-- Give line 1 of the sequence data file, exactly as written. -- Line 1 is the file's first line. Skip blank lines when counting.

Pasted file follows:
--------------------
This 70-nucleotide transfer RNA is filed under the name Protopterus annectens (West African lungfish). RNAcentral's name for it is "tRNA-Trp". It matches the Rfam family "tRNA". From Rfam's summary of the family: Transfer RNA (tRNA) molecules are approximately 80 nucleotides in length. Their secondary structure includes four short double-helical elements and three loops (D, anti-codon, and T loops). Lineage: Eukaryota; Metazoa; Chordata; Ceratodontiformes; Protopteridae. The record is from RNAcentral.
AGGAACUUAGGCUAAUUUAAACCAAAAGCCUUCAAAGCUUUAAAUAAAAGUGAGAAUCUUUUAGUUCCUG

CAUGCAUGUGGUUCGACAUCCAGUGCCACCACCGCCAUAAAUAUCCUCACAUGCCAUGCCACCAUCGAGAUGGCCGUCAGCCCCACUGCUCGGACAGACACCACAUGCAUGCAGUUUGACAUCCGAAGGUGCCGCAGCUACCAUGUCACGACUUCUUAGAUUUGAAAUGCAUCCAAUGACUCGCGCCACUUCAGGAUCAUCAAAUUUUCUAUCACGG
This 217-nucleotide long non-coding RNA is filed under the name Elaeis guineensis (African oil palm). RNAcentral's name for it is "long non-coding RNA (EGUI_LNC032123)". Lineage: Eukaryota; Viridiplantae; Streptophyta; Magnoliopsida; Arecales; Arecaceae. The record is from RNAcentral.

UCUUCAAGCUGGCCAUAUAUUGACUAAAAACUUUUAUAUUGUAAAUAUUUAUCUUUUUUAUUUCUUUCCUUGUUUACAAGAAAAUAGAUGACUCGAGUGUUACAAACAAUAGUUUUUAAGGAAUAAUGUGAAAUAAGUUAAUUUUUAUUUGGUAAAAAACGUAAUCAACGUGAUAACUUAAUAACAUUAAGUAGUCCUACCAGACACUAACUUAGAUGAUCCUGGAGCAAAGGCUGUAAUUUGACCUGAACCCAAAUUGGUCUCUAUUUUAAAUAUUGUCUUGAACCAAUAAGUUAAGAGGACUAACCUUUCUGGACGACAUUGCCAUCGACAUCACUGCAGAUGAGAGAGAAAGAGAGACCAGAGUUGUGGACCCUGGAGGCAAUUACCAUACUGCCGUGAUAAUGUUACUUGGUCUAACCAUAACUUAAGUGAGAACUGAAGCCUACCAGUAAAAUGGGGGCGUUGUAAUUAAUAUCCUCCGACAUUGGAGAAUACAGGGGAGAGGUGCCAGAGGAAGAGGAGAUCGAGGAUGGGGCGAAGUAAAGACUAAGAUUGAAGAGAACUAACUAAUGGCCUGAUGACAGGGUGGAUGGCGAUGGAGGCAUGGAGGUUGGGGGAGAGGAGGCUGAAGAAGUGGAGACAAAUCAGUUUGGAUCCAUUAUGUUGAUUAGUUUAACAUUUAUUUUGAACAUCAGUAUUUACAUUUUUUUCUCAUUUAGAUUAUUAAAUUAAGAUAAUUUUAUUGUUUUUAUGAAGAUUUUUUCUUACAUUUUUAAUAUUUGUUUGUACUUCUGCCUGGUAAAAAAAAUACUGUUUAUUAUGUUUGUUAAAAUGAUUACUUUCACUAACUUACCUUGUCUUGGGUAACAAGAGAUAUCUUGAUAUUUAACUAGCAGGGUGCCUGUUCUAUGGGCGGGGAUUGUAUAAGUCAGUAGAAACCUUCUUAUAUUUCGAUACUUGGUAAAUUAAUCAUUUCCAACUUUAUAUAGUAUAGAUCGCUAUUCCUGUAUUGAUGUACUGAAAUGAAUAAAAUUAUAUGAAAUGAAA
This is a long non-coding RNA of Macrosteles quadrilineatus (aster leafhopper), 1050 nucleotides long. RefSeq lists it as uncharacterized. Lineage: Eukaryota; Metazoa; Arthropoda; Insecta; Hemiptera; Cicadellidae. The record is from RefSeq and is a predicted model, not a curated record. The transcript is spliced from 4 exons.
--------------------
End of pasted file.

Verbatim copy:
This 70-nucleotide transfer RNA is filed under the name Protopterus annectens (West African lungfish). RNAcentral's name for it is "tRNA-Trp". It matches the Rfam family "tRNA". From Rfam's summary of the family: Transfer RNA (tRNA) molecules are approximately 80 nucleotides in length. Their secondary structure includes four short double-helical elements and three loops (D, anti-codon, and T loops). Lineage: Eukaryota; Metazoa; Chordata; Ceratodontiformes; Protopteridae. The record is from RNAcentral.